If I weren't going to MetWest -- a small alternative high school in Oakland -- then I wouldn't be going to school at all. I sure as hell wouldn't go back to my old school. Well, maybe, but just because I have a lot of friends there, and getting weed is as easy as raising your hand.
When I was a freshman, it didn't really feel like I was at school. I was just in a dirty, loud, dangerous place where I didn't want to be. The most work I did there was coming up with a fake name and writing some quirky little explanation after security guards caught me walking around the school during class time.
There were no consequences for bad behavior. When I was caught burning dank in the boys' bathroom, all the guard did was tell me not to smoke at school, take my lighter, and make me sit in the cafeteria with the rest of the kids caught cutting class.
Why should I be scared of the guards, I thought, when I had hustlers, drug dealers and gangs to deal with every day? My high school was more like the "streets" than the real streets ever were. At least on the real streets, all the hustlers aren't put together behind big gates and fences.
After about three months of mostly slacking off at home and going to various other high schools that I didn't much care for, I stopped going to school altogether. When it came time for tenth grade, I applied for MetWest High School. Finally, I found a school where I would stay the WHOLE day, and where I didn't have to deal with drug dealers and gangs on a daily basis.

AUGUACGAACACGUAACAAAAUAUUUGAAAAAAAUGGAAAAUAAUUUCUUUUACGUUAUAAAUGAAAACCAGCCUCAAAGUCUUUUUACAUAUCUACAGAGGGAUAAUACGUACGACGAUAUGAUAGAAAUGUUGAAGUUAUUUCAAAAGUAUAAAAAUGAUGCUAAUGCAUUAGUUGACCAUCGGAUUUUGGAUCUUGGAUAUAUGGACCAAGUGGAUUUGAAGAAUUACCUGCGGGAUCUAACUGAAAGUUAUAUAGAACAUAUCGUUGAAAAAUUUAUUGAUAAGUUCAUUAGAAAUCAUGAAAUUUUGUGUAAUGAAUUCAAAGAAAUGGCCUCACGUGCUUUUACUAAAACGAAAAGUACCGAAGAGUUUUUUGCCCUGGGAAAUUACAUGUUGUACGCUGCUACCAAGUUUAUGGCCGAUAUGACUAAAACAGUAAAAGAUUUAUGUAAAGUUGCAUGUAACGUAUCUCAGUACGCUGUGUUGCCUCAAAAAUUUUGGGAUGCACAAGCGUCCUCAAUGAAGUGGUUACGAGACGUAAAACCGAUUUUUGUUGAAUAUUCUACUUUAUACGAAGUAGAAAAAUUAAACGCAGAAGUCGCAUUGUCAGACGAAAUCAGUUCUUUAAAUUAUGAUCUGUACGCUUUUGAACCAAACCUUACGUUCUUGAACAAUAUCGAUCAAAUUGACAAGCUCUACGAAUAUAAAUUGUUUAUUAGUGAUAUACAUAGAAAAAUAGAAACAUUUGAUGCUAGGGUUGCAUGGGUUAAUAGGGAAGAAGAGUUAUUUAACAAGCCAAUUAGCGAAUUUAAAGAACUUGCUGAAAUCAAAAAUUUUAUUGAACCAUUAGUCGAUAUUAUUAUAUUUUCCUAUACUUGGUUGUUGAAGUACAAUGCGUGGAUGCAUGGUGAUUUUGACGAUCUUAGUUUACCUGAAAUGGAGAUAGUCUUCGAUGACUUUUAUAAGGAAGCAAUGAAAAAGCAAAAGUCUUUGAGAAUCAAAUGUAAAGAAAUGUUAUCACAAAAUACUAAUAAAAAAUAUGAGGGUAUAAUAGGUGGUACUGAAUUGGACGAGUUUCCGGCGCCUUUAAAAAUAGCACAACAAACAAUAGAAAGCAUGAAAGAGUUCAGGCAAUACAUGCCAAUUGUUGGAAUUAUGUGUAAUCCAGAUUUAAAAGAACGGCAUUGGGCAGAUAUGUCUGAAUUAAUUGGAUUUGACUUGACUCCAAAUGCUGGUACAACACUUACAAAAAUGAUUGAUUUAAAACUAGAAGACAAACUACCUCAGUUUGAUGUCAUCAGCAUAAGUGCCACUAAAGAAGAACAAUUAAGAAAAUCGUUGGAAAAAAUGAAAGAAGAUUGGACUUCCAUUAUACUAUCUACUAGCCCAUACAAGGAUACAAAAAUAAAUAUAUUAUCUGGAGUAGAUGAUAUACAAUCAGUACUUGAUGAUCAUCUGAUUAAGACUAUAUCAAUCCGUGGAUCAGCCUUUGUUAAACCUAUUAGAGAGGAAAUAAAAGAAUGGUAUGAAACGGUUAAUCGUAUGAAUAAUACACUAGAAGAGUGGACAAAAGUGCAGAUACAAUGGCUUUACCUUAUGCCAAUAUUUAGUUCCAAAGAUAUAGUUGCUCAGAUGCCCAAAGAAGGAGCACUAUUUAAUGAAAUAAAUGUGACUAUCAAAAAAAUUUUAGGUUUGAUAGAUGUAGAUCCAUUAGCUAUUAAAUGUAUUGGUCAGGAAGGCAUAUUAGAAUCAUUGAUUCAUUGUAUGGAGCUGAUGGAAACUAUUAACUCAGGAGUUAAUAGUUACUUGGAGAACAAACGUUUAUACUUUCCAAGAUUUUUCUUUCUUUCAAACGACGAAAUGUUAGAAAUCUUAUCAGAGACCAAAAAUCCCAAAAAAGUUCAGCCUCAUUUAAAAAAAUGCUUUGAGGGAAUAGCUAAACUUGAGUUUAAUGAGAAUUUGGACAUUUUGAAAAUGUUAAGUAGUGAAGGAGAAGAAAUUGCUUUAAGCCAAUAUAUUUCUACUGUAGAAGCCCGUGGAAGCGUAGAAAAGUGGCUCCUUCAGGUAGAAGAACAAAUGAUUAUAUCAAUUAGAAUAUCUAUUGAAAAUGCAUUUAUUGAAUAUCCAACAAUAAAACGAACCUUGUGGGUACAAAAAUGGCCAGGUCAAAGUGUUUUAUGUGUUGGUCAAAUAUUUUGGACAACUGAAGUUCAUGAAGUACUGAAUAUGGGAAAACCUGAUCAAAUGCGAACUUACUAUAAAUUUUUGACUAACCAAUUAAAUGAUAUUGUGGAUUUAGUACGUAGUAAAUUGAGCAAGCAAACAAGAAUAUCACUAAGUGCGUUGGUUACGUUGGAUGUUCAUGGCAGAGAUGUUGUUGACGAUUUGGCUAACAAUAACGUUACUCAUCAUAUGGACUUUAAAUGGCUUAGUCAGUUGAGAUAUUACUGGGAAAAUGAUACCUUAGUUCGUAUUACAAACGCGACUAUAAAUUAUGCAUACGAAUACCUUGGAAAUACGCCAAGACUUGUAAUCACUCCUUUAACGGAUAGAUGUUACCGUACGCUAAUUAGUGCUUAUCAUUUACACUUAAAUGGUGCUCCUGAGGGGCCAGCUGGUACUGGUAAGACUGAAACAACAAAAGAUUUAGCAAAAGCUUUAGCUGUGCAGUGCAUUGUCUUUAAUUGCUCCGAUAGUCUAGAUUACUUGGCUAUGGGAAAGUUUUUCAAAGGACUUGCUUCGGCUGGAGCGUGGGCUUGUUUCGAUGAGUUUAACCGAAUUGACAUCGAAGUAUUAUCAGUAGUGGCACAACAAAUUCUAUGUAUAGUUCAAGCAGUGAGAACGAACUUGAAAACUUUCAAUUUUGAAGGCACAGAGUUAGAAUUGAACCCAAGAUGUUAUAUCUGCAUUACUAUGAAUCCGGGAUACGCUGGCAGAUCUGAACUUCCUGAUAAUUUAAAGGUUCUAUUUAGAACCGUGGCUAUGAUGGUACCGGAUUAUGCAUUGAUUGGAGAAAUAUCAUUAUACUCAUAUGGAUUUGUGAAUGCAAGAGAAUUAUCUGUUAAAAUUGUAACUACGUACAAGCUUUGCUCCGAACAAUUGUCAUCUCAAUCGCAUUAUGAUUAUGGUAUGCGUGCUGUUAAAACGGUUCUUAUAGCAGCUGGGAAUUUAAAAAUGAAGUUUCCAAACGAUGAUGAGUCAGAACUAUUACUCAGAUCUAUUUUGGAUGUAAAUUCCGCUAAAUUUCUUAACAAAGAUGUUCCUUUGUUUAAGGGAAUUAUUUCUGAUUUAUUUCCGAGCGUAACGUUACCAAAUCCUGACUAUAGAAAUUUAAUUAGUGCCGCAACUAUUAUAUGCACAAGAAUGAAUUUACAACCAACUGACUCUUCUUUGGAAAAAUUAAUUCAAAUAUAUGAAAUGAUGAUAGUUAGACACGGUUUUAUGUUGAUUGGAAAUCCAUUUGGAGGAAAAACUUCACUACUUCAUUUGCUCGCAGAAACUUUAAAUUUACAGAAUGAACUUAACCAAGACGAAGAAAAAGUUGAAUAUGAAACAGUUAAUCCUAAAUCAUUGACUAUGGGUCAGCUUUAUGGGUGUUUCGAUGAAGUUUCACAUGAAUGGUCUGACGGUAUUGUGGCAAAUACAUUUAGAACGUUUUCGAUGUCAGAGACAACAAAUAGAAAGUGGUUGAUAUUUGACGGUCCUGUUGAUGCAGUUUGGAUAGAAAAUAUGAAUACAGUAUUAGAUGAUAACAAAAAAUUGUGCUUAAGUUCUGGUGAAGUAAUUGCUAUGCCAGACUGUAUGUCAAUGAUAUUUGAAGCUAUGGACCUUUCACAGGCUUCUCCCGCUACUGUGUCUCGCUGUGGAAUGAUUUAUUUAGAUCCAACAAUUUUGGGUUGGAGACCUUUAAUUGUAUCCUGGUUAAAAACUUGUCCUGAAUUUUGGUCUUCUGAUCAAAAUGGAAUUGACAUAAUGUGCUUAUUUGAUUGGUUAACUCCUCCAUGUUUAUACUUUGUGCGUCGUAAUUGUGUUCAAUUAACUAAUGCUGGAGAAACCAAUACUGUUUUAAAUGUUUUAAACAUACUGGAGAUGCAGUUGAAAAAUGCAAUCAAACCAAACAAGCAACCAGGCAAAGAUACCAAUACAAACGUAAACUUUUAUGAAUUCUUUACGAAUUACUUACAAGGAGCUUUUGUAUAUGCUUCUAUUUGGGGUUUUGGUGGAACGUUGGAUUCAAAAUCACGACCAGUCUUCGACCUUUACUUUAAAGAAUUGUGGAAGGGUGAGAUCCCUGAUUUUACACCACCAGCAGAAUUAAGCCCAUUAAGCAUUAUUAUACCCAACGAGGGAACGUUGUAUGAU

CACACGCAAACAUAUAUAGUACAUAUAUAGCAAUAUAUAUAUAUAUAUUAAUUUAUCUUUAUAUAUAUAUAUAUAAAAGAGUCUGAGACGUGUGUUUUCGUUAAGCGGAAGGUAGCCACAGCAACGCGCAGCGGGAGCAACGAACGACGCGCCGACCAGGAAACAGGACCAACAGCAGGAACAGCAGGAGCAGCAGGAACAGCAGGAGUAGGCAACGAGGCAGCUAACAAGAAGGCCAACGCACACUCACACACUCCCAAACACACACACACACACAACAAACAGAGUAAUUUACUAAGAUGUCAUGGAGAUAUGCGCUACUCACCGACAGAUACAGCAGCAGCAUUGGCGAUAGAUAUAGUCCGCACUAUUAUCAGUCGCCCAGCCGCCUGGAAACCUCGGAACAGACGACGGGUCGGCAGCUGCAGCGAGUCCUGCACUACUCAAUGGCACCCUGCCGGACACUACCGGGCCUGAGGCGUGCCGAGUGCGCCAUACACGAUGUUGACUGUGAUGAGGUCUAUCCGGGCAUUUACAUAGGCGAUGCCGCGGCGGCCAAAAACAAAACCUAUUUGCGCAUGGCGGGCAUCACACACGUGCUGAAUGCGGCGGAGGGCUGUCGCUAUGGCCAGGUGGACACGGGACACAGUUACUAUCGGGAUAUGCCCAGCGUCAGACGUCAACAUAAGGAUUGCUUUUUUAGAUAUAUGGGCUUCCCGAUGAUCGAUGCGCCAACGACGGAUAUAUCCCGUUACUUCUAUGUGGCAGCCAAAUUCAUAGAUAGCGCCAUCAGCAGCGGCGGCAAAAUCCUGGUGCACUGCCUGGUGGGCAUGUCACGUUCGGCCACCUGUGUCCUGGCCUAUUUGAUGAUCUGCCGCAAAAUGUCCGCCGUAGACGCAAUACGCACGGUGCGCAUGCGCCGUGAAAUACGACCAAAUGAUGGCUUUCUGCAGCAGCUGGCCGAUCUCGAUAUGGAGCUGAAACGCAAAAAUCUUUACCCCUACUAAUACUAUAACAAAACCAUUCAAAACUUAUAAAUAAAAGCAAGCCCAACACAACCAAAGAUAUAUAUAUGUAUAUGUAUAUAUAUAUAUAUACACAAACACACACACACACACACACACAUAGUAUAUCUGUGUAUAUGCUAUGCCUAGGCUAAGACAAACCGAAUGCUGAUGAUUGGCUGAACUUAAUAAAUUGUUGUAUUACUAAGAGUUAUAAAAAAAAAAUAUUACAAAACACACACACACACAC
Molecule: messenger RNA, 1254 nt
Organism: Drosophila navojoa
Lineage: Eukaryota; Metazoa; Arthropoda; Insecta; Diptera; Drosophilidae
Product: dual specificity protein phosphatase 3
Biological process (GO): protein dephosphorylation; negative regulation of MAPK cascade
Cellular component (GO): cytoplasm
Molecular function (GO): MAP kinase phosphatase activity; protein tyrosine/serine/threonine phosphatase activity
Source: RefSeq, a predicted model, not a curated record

At my old school, I'd see-or be in-a fight about every day. Other than a few verbal fights and the occasional "break-up drama," there are never any real fights at Met West.
At MetWest, everybody knows each other. We can all say, "Oh yeah, that's so 'n so, they really love to blah blah blah...." I hate the word "community," but that is what MetWest is. There is no point in fighting with each other. The school is so small, you're not gonna get away with anything. If you do fight, then you probably will have to make a public apology to the entire school and staff-and that's enough to keep most of us calm and cool.
My friend Paul didn't bother finishing high school and is now doing odd jobs like selling records on E-bay to make money. Mike eventually dropped out and got his G.E.D. and is working at UPS and a few other stores. Keith dropped out and then got into an independent study program. He's finding it hard to keep himself entertained every day and is thinking of going back to school.
If I were the superintendent, the first thing I would do for Oakland is get all the drugs and drug dealers out of the schools. I know the students would be devastated that they could no longer get bags at school, but I think the hustlers bring a lot of negativity (besides drugs) to school.
I also think if the schools had the proper equipment -- like chairs that aren't broken, desks, books for everyone -- then students' attitude towards school might change. And maybe getting more good-looking girls, a lot of them ... but that's just me.
--Datesman is an intern at YO!